By Dr. John Birkmeyer
Improving surgical quality has become increasingly important to hospitals as providers are pushed to shoulder more risk under value-based reimbursement models. Given that surgery patients account for a significant portion of a hospital’s preventable costs (for example: unplanned intubation, severe sepsis, pulmonary embolism, and organ space surgical site infection), quality and efficiency improvements can strongly impact the bottom line.
Quality, as with most things, is multifaceted. Outcomes are partly attributable to the quality of care surgery patients receive throughout their hospital stays. Of course, the technical quality of surgical procedures is also a major factor.
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The challenge for surgical quality officers, then, centers on bolstering current surgical training methods. Doing so improves not only the technical quality of surgeons across various procedures, but also the operating room processes themselves.
Providing opportunities for feedback
Clinical observation and a large volume of evidence suggest wide variation in the technical quality and skill among surgeons. That’s due, in some measure, to a lack of continuing education, a key component of which is peer interaction. For example, surgeons who engage in higher levels of peer interaction have a higher likelihood of passing a maintenance of certification examination, and higher scores, according to a 2014 study of 568 surgeons published in JAMA Surgery.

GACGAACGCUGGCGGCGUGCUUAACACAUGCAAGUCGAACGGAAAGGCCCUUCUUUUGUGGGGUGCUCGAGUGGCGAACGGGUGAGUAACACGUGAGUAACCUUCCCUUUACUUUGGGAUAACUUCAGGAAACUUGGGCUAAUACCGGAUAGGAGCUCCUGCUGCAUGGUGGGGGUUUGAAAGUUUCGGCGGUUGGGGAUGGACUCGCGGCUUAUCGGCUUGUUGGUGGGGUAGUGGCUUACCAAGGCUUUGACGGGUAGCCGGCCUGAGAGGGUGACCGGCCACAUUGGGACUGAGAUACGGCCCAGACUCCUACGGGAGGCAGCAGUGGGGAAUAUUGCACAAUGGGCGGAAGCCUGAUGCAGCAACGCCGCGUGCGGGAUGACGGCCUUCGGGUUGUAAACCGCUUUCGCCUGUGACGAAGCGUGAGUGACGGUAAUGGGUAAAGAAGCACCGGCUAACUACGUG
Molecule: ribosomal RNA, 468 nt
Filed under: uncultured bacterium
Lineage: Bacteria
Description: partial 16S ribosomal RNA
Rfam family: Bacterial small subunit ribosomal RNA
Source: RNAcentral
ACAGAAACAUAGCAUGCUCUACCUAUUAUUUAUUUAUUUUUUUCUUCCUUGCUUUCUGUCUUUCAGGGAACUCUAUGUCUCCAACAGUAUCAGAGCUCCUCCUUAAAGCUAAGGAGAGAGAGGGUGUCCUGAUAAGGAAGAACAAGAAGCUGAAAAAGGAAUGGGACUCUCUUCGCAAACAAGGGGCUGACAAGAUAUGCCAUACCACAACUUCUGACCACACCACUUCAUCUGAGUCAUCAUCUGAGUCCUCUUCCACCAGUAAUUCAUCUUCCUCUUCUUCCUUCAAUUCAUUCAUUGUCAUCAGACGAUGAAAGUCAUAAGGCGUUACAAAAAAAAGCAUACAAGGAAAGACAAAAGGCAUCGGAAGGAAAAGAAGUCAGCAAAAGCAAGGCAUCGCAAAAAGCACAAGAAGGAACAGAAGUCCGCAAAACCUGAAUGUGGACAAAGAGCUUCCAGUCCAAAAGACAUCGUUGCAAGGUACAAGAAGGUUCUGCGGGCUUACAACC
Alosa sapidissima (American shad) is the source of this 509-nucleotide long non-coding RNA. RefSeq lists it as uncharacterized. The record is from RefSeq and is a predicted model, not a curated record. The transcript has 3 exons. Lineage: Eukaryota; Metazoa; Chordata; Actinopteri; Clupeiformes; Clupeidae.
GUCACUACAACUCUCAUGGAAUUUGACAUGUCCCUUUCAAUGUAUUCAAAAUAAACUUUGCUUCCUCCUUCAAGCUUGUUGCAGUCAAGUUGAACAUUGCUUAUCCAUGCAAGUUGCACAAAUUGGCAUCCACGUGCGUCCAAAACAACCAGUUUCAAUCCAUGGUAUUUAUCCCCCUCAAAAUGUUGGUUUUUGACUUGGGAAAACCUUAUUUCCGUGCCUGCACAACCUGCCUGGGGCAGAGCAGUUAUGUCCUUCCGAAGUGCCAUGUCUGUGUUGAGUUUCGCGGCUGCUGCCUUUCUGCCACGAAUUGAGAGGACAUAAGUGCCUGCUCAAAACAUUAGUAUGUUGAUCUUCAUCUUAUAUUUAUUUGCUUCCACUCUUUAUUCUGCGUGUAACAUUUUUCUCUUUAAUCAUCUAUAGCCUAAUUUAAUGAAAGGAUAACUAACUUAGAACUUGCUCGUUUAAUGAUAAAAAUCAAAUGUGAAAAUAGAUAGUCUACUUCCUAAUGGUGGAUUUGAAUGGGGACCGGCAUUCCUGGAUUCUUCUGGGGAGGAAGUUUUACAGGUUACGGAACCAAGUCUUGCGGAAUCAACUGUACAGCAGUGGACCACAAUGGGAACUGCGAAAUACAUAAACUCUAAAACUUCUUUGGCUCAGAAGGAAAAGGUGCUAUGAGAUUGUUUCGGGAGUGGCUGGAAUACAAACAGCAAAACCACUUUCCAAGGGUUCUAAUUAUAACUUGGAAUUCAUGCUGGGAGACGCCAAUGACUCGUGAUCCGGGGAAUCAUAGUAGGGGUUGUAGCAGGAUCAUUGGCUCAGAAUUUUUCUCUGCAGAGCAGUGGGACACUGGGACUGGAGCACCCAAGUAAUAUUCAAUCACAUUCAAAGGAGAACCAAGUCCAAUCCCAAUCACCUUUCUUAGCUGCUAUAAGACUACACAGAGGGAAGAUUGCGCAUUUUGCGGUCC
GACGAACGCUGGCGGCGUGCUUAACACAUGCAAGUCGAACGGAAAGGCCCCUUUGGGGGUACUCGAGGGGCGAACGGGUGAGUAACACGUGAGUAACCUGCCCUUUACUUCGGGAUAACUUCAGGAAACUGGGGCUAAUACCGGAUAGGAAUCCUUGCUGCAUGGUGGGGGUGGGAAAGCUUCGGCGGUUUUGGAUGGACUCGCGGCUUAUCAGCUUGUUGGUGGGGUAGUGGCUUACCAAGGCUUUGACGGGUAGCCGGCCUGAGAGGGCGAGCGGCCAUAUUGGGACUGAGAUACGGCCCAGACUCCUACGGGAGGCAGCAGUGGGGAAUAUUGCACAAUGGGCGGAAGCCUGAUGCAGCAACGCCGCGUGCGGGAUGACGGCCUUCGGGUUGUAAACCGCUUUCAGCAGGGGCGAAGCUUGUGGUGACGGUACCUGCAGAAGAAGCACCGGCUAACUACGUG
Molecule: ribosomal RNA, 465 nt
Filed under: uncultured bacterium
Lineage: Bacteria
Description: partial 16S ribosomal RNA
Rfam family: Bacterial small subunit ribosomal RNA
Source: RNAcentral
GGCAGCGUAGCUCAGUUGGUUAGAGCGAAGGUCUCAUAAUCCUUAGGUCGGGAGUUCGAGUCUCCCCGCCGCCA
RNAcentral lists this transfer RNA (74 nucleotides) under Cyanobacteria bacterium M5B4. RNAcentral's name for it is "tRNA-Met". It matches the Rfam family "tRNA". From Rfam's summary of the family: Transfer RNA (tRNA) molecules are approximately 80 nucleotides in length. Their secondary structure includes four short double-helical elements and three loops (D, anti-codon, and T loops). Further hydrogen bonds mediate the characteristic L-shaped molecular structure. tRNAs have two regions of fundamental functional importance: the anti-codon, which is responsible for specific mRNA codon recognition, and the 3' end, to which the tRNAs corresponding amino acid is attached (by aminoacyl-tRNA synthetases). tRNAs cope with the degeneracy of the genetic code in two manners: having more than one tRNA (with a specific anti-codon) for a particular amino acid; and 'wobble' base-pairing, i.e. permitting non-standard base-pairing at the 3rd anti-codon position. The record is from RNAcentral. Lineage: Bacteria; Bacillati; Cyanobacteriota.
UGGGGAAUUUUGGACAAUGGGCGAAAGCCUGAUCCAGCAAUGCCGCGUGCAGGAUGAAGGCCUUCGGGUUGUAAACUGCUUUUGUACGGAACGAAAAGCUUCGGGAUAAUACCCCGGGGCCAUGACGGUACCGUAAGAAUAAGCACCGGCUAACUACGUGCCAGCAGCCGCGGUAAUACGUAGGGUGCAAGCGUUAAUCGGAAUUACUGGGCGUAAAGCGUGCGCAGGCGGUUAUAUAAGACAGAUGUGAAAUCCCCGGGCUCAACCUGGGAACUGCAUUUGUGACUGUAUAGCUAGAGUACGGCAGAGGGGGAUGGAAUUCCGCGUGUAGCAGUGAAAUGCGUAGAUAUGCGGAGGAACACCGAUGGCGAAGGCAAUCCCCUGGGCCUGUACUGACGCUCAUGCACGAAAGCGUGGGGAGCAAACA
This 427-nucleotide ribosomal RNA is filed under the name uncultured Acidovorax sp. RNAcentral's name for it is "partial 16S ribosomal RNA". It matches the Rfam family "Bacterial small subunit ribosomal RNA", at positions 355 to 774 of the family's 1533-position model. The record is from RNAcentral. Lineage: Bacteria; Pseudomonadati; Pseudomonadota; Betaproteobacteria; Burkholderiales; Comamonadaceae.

Certainly, surgeons have the potential to improve much faster after their formal training with both purposeful practice and meaningful feedback, best delivered through peer interaction. The problem is that surgeons rarely watch one another operate and generally have no source of feedback on how they can improve once they’ve completed training. That is changing, though. As a result of the evolution of surgical practice toward videoscopic and robotic surgery, surgeons have new opportunities to obtain practice and feedback in more impactful ways than ever before.
Following the digital trail
Thanks to the “digital trail” of data from such surgeries, advances in technology and analytics have created opportunities for evaluating surgeons’ techniques. The digital trail includes real-time information on a patient’s history, vital signs, imaging and other parameters.
It’s also increasingly feasible to collect and synthesize information from surgical instruments and clinical workflows to drive surgical performance. Akin to the black box in aviation, the digital trail records everything (video, conversations, data, images, etc.). Through analyzing such data, surgeons can find the root causes for the complications that put a patient and hospital at risk.